classifier.add(Dense(9, kernel_initializer = "uniform", activation = "relu", input_dim=18))
    classifier.add(Dense(1, kernel_initializer = "uniform", activation = "sigmoid"))
    classifier.compile(optimizer= "adam",loss = "binary_crossentropy",metrics = ["accuracy"])
    return classifier

Here, you create a function that you'll pass to the KerasClassifier—the function is one of the arguments that the classifier expects. The function is a wrapper of the neural network design that you used earlier. The passed parameters are also similar to the ones used earlier in the tutorial. In the function, you first initialize the classifier using Sequential(), you then use Dense to add the input and output layer. Finally, you compile the classifier and return it.

To pass the function you've built to the KerasClassifier, add this line of code to your notebook:

classifier = KerasClassifier(build_fn = make_classifier, batch_size=10, nb_epoch=1)

The KerasClassifier takes three arguments:

  • build_fn: the function with the neural network design
  • batch_size: the number of samples to be passed via the network in each iteration
  • nb_epoch: the number of epochs the network will run

Next, you apply the cross-validation using Scikit-learn's cross_val_score. Add the following code to your notebook cell and run it:

accuracies = cross_val_score(estimator = classifier,X = X_train,y = y_train,cv = 10,n_jobs = -1)

This function will give you ten accuracies since you have specified the number of folds as 10. Therefore, you assign it to the accuracies variable and later use it to compute the mean accuracy. It takes the following arguments:

  • estimator: the classifier that you've just defined
  • X: the training set features
  • y: the value to be predicted in the training set
  • cv: the number of folds
  • n_jobs: the number of CPUs to use (specifying it as -1 will make use of all the available CPUs)

Now you have applied the cross-validation, you can compute the mean and variance of the accuracies. To achieve this, insert the following code into your notebook:

mean = accuracies.mean()
mean

In your output you'll see that the mean is 83%:

Output
0.8343617910685696

To compute the variance of the accuracies, add this code to the next notebook cell:

variance = accuracies.var()
variance

You see that the variance is 0.00109. Since the variance is very low, it means that your model is performing very well.

Output
0.0010935021002275425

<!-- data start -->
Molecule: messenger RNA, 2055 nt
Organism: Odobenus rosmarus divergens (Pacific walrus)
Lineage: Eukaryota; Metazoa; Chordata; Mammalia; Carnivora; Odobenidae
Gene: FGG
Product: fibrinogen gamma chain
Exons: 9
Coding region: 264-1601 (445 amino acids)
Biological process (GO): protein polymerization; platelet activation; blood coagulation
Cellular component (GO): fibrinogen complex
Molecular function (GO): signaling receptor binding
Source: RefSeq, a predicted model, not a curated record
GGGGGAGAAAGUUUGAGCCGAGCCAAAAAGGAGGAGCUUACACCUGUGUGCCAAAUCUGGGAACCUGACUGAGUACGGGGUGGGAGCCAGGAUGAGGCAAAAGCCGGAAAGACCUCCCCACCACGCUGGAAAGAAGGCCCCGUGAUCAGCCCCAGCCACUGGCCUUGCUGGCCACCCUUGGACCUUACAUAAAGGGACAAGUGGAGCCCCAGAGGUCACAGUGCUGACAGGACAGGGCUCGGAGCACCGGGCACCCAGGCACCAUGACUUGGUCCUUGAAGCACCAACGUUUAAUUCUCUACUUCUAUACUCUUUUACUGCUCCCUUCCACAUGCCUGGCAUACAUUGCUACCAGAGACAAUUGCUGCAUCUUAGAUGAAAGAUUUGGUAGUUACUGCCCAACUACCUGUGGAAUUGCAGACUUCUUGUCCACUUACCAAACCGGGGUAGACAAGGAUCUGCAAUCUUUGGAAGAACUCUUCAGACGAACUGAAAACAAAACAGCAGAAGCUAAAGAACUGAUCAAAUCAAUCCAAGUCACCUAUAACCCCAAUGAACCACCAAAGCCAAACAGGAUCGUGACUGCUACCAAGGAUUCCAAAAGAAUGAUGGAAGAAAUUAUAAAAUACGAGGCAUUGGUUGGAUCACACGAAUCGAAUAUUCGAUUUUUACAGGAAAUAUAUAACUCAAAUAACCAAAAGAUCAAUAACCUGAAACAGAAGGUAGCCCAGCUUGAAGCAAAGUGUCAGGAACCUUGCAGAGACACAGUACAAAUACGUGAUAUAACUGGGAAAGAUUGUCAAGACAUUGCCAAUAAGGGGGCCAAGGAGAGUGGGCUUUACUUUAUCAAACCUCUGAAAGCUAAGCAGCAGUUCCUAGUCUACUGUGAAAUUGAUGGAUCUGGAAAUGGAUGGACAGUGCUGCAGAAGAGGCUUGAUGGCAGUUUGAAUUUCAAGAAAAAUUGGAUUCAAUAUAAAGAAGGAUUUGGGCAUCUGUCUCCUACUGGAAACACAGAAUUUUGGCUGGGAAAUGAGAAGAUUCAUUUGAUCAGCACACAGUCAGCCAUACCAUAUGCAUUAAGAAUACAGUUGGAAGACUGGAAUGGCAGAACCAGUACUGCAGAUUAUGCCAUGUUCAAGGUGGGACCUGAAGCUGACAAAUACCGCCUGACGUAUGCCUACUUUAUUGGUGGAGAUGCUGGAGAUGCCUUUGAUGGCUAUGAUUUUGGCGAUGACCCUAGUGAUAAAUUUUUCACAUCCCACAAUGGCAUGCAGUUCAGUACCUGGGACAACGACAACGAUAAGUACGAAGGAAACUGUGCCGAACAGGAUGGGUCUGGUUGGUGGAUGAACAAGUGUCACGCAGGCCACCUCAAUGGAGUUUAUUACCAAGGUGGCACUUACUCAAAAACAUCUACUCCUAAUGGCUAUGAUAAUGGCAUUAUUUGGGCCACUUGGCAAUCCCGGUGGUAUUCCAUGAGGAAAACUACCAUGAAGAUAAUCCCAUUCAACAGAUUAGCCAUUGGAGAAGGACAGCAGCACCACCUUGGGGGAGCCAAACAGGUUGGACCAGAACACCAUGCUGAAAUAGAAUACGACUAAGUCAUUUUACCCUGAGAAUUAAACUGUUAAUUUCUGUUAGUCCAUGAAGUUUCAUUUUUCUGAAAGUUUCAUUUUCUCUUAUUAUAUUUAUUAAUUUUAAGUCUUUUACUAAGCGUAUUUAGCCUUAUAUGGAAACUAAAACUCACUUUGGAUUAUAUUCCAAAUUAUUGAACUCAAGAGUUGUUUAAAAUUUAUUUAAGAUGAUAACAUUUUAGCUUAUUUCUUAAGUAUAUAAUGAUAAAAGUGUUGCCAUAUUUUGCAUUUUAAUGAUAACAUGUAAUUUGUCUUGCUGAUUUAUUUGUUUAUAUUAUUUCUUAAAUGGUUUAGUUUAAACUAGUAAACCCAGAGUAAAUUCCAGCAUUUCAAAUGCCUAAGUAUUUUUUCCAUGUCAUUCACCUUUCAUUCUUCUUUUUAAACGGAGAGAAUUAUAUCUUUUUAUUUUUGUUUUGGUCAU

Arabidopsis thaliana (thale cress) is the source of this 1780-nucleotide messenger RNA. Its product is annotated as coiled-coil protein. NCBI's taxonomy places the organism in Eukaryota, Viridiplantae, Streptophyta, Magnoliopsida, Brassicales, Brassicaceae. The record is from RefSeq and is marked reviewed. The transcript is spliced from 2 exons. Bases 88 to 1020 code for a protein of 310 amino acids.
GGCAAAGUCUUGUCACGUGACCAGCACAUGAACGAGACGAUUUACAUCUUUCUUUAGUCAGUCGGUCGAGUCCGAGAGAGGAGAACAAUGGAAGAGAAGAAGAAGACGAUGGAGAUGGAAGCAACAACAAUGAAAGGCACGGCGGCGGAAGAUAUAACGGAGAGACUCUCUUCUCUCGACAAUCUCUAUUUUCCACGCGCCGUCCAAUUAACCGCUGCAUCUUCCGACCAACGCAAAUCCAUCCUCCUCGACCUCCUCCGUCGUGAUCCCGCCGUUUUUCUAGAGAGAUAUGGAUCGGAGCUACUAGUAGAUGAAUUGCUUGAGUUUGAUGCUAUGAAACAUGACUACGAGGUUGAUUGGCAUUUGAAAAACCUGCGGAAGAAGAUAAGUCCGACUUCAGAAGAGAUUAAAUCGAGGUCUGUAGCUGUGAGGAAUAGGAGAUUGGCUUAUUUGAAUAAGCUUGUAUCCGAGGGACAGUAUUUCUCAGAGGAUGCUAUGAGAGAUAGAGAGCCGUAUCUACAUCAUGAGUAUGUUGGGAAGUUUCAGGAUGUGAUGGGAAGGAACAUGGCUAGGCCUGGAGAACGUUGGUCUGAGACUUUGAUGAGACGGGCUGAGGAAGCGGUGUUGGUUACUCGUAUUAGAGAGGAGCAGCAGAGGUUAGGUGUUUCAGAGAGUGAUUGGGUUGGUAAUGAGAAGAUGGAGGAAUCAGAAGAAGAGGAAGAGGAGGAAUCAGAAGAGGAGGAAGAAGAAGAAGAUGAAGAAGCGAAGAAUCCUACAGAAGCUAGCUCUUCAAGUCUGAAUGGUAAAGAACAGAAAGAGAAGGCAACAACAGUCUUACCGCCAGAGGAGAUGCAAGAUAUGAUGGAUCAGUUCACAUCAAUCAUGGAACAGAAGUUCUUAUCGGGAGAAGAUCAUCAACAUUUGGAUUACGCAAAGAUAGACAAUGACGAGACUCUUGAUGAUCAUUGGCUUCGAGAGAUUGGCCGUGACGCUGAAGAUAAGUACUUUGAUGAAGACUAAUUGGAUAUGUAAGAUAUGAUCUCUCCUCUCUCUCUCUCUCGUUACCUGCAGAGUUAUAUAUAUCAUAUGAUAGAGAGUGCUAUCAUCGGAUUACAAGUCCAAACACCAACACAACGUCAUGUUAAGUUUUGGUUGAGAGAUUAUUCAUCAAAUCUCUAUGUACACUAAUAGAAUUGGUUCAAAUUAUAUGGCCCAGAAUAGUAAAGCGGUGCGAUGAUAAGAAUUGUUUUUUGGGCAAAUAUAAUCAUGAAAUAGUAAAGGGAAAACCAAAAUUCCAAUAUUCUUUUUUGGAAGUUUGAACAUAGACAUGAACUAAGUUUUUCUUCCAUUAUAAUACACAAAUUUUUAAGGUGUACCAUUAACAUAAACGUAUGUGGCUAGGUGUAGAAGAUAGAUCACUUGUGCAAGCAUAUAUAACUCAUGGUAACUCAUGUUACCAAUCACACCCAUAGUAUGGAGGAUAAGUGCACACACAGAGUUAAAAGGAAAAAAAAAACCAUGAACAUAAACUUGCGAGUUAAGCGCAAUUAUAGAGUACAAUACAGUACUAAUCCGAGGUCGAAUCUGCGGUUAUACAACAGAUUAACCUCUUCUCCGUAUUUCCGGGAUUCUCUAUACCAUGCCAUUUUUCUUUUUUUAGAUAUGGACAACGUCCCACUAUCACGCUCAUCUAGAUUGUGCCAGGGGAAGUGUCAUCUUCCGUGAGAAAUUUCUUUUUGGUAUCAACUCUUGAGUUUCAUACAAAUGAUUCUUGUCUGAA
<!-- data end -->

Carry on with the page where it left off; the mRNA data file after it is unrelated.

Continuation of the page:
You've improved your model's accuracy by using K-Fold cross-validation. In the next step, you'll work on the overfitting problem.

Step 9 — Adding Dropout Regularization to Fight Over-Fitting

Predictive models are prone to a problem known as overfitting. This is a scenario whereby the model memorizes the results in the training set and isn't able to generalize on data that it hasn't seen. Typically you observe overfitting when you have a very high variance on accuracies. To help fight over-fitting in your model, you will add a layer to your model.

In neural networks, dropout regularization is the technique that fights overfitting by adding a Dropoutlayer in your neural network. It has a rate parameter that indicates the number of neurons that will deactivate at each iteration. The process of deactivating nerurons is usually random. In this case, you specify 0.1 as the rate meaning that 1% of the neurons will deactivate during the training process. The network design remains the same.

To add your Dropout layer, add the following code to the next cell:

from keras.layers import Dropout

classifier = Sequential()
classifier.add(Dense(9, kernel_initializer = "uniform", activation = "relu", input_dim=18))
classifier.add(Dropout(rate = 0.1))
classifier.add(Dense(1, kernel_initializer = "uniform", activation = "sigmoid"))
classifier.compile(optimizer= "adam",loss = "binary_crossentropy",metrics = ["accuracy"])

You have added a Dropout layer between the input and output layer. Having set a dropout rate of 0.1 means that during the training process 15 of the neurons will deactivate so that the classifier doesn't overfit on the training set. After adding the Dropout and output layers you then compiled the classifier as you have done previously.